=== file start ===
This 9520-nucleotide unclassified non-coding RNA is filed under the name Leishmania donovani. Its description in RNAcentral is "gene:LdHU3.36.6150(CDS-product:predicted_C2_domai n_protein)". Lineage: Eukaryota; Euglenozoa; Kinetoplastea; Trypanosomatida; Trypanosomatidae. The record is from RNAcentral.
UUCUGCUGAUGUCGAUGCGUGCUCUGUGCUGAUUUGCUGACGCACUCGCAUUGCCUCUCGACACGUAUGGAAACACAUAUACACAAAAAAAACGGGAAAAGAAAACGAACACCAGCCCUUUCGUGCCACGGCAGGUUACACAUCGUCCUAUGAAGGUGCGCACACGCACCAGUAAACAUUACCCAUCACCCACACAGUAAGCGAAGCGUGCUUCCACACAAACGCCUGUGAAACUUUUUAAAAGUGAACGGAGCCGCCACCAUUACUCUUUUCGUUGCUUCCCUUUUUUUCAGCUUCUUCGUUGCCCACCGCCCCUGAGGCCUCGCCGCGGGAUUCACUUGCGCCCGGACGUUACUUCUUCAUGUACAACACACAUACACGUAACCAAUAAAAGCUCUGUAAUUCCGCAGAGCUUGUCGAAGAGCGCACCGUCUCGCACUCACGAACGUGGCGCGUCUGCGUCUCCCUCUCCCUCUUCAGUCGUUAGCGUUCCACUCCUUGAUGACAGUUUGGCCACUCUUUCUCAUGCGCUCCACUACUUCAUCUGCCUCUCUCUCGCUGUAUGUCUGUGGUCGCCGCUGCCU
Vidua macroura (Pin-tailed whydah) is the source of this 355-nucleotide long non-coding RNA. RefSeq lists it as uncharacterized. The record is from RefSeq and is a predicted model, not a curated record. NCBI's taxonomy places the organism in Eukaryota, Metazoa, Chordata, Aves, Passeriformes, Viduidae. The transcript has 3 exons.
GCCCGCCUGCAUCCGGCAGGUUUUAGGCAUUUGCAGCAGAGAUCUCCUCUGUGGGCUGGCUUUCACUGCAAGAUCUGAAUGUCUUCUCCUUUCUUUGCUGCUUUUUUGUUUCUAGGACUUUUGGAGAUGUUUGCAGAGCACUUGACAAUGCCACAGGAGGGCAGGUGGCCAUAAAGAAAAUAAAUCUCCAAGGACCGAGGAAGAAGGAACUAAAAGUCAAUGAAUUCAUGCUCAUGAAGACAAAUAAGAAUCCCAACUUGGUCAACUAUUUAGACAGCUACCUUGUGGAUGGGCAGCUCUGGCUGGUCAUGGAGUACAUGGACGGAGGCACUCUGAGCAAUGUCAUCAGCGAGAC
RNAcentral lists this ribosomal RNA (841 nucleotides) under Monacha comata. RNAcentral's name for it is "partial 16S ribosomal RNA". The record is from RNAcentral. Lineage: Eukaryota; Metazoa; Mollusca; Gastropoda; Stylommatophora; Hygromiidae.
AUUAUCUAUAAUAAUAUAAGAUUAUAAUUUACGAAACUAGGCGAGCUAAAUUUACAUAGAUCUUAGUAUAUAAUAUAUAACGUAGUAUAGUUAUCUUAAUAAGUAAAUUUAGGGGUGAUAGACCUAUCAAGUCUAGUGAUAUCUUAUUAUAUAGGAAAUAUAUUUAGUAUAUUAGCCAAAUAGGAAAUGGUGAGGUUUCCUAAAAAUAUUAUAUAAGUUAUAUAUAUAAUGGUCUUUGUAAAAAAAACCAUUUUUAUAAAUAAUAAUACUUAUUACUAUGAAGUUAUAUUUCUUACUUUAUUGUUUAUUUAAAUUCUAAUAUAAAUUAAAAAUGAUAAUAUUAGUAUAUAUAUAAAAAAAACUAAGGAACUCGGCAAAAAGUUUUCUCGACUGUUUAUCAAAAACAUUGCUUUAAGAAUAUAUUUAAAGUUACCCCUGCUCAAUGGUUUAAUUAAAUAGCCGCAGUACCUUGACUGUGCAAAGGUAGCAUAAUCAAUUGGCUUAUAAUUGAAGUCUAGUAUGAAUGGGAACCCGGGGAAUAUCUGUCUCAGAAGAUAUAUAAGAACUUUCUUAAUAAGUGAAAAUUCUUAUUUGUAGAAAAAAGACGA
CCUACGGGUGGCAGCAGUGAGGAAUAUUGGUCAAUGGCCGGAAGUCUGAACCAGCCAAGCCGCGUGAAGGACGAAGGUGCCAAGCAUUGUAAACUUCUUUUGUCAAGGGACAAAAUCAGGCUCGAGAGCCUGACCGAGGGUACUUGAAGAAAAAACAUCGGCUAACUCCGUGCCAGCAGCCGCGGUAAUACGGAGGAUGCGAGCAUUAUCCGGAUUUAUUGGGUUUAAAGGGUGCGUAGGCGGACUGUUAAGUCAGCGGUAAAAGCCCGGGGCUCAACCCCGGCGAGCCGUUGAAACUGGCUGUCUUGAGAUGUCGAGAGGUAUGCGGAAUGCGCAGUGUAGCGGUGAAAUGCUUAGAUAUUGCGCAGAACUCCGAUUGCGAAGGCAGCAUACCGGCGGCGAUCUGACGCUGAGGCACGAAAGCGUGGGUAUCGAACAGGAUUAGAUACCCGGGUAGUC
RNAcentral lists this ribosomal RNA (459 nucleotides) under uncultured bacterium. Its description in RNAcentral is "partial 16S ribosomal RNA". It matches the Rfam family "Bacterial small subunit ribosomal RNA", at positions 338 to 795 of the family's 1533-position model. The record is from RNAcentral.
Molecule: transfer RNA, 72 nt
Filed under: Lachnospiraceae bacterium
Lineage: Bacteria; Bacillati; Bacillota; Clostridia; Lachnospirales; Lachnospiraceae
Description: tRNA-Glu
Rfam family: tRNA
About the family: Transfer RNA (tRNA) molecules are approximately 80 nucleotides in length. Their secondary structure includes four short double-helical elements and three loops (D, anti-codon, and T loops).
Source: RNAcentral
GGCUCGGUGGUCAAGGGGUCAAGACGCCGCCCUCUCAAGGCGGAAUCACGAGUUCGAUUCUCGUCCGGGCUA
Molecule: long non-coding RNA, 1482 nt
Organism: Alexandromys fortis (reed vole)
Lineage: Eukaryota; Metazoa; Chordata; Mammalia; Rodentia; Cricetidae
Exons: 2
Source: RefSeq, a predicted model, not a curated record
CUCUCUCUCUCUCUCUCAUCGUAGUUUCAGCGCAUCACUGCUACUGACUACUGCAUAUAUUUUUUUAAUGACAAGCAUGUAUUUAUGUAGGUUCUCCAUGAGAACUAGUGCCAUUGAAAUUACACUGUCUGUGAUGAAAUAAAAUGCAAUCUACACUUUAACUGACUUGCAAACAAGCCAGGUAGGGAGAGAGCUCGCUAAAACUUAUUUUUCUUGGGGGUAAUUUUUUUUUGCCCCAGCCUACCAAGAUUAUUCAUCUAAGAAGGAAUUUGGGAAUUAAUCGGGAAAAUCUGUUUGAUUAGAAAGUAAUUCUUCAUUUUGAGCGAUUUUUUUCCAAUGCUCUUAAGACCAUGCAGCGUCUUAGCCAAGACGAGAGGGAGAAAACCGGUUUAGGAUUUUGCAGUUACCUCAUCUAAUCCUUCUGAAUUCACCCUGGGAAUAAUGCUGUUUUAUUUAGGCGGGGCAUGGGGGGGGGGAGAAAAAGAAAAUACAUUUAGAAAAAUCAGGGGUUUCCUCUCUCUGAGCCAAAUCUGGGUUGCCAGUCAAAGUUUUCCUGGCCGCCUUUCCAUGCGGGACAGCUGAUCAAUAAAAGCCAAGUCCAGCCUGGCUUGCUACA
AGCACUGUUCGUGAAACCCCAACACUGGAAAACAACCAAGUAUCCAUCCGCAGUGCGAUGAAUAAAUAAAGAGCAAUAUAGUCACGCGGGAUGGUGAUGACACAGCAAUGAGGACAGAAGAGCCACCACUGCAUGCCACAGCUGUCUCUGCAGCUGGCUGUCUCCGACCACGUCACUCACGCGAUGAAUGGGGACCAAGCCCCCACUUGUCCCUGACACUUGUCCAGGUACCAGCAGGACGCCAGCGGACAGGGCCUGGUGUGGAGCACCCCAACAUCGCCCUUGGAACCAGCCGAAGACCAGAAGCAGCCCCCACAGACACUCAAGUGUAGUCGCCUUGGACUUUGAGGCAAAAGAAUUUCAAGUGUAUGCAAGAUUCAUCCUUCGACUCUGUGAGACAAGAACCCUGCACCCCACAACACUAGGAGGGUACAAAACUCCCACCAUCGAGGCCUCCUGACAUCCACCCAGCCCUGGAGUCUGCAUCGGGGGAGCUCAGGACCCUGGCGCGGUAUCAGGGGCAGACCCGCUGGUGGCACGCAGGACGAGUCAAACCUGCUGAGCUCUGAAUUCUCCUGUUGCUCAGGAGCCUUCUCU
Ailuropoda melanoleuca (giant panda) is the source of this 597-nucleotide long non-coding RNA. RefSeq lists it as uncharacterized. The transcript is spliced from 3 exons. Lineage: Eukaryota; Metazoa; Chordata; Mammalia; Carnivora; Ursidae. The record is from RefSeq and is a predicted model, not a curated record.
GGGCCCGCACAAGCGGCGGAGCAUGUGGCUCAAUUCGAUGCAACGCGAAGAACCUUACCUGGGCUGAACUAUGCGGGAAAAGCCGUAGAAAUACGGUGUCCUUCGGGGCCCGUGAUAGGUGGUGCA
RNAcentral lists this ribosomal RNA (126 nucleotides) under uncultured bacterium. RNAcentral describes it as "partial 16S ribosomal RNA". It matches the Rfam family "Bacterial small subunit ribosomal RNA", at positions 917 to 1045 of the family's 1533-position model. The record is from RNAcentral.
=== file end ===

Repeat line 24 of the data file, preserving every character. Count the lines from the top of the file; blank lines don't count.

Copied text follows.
Ailuropoda melanoleuca (giant panda) is the source of this 597-nucleotide long non-coding RNA. RefSeq lists it as uncharacterized. The transcript is spliced from 3 exons. Lineage: Eukaryota; Metazoa; Chordata; Mammalia; Carnivora; Ursidae. The record is from RefSeq and is a predicted model, not a curated record.